Erotic Politicians and Mullahs - Hanif Kureishi (1985): Very full of content, not simply-enough-for-me written, will need to re-read, possibly multiple times. All about Pak, and Pakistanis in England, and England, and England-Pakistan. Does help fill in a bit my huge question-vessel in regard to Pak. More of this writer may well be of interest.
White Lies - Amit Chaudhari (2001); Very distinctly honest about the gently brutal interactions of people with different levels of power, the texture of such a relationship. In the same vein (at my level of familiarity anyway) as Thrity Umrigar's 'Space Between Us' and Rohan Mistry's 'Fine Balance.'
Mumbai - Suketa Mehta (1997): Some of the same content as 'Maximum Ciy', but thought would be petty to skip it since I have it in my hands etc.. Felt more afterward like maybe I'd read more..
6 March, 1989 - Salman Rushdie (1989) - poem about that period. Wow, like it! Maybe his books won't be so impossible for me to go in with.
Kabir Street - R. K. Narayan (1997): Excellent.. the sort of writing I love, a slice of life. I'd known I'd like him already, and have some whole books of his. Can't wait!
Unsteady People - Ian Jack (1989) : Fascinating sociological essay basically, about attitudes of the powerful toward the powerless in India, in brutal honesty. Then a comparison to the same in England - with the conclusion that is the same in England, only there they cover it over with make believe hoo-ha to make themselves feel better. And that in India it's all in the open atleast.
What Bengali Widows Cannot Eat - Chitrita Banerji (1995) - interesting about the writer's mother, and how fervently she wanted to keep to all the ritual laws regarding widows in that region, and her (the writer's) reaction to her mother's response. Need to read more of this writer!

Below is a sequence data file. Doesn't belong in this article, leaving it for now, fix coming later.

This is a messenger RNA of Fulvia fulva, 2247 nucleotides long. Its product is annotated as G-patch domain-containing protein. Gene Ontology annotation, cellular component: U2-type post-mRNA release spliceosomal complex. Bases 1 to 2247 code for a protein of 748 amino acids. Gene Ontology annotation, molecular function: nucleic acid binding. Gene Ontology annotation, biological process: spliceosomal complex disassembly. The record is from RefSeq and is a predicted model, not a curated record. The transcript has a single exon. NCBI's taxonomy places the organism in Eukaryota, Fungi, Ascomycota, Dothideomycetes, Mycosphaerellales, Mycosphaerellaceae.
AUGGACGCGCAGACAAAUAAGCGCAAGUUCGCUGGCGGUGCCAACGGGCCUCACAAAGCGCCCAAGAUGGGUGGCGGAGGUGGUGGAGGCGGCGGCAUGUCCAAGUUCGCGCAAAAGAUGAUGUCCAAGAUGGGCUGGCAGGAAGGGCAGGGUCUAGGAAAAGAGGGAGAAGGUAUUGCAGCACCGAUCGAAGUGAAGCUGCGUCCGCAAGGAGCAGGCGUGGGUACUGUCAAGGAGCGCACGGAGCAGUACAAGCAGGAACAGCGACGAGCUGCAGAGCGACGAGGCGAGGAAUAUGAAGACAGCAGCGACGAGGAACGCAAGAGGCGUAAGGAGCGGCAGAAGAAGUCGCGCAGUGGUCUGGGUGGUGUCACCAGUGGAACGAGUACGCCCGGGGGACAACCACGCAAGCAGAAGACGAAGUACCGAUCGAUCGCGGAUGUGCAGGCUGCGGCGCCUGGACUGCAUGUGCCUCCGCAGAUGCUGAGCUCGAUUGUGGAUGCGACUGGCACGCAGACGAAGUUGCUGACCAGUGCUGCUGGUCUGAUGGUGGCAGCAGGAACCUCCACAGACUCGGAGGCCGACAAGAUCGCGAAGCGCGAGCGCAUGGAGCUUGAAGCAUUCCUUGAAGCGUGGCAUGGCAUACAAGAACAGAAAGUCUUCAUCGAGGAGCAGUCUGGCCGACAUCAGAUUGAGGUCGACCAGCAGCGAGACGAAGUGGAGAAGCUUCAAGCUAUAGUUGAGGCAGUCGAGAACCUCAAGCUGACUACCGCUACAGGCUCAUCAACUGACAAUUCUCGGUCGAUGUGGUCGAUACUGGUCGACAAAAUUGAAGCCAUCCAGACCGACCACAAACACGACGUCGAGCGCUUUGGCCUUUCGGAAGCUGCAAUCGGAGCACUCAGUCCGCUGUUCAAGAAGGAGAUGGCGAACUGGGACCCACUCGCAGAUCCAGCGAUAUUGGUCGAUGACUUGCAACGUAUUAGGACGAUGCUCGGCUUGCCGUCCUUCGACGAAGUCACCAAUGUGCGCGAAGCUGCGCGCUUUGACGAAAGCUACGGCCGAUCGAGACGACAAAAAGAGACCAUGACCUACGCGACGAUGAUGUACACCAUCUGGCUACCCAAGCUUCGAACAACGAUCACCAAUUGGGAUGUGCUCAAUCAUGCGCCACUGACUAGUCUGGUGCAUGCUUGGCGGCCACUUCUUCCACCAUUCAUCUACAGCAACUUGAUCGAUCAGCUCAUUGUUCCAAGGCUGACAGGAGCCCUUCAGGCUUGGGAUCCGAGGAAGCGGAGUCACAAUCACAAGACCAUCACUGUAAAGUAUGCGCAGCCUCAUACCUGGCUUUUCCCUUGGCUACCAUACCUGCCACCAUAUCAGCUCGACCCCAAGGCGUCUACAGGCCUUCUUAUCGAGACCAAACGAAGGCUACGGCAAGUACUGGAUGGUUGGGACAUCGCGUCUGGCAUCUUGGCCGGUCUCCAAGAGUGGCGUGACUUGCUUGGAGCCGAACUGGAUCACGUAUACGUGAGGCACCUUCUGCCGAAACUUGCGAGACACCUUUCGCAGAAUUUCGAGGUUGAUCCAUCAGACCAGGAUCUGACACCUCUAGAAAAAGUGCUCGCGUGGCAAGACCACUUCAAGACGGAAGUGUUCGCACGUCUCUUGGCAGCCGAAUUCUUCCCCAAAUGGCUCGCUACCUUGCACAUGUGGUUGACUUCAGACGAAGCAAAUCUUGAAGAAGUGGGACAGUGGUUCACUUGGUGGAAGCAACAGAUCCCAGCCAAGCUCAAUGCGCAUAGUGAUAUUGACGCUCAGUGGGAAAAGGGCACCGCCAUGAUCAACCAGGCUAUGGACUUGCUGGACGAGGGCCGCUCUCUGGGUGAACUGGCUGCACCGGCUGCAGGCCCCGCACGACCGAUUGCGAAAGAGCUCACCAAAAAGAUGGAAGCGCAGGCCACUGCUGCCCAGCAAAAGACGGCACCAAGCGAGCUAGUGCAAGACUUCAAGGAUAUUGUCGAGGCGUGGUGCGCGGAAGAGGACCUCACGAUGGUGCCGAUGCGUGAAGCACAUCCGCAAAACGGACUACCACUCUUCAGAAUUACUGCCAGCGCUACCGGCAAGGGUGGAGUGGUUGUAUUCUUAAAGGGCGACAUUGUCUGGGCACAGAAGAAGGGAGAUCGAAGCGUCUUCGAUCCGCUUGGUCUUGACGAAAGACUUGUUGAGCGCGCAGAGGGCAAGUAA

Jihadis - Pankaj Mishra, 2002 - fascinating all about the rise of the Taliban and the situation in Pakistan and all sorts of related aspects.. Is the clearest account I've read from someone who actually sought to understand the Taliban and their rise. Not quite 'sympathetic' maybe, but very close - very useful to read to get a fuller-than-trivial glimpse. Also usefully clear about anti-US anger and its causes.
And actually I did already read the next one: Two Indians on America - Amit Chaudhuri & Ramachandra Guha (2002).
Pariah, narrated by Viramma over ten years to Josiane and Jean-Luc Racine. This is non-fiction, an account of her life as midwife and agricultural worker in Karani, a village near Pondicherry. In this account Viramma the obstacles faced by political organizers who visit; some of the details about her activities as midwife, some information about her children (many of whom have died, who she grieves deeply), and a lot about evil spirits and other entities that her belief system includes. The presence of this piece makes me reconsider the whole book to an extent.. wait - who pulled this together? What might the overall message be? Hmm...
Serendip, by Ian Jack, short and ok.. Still was wary.
The Tutor, Nell Freudenberger - quite long, extensive info about the main character; probably more than the writer actually knew. Liked some things about it, not all of it.
Dervishes, Rory Stewart - excerpt from 'The Places Inbetween' - fascinating about the struggles within Pakistan for what -kind- of Islam is approved and acceptable; vs. what -kind- has been in place since the beginning. Totally changed my attitude about his book, will look forward to reading it now.
Little Durga, Shampa Banerjee - all about the filming of Satyajit Ray's filming of Pather Panchali! She was in it, as a child! Fascinating and awesome.
My Hundredth Year, Nirad C. Chaudhuri - wonderful, all about aspects of his writing, how it was received, written as of his 100th birthday. 'The Autobiography of an Unknown Indian,' 19051 was his first published book.
So, as is clear at this point, this book has a really wide scope of work and subject and format and writing style etc.. I was never one much for compilations, but working my way through this I've become aware that they can serve a huge purpose.
Sounds like a great book. Honestly seems to me like the existence of books like this and the power of communication today and people connecting acrossSounds like a great book. Honestly seems to me like the existence of books like this and the power of communication today and people connecting across vast distances are powerful reasons to still have hope today. ...more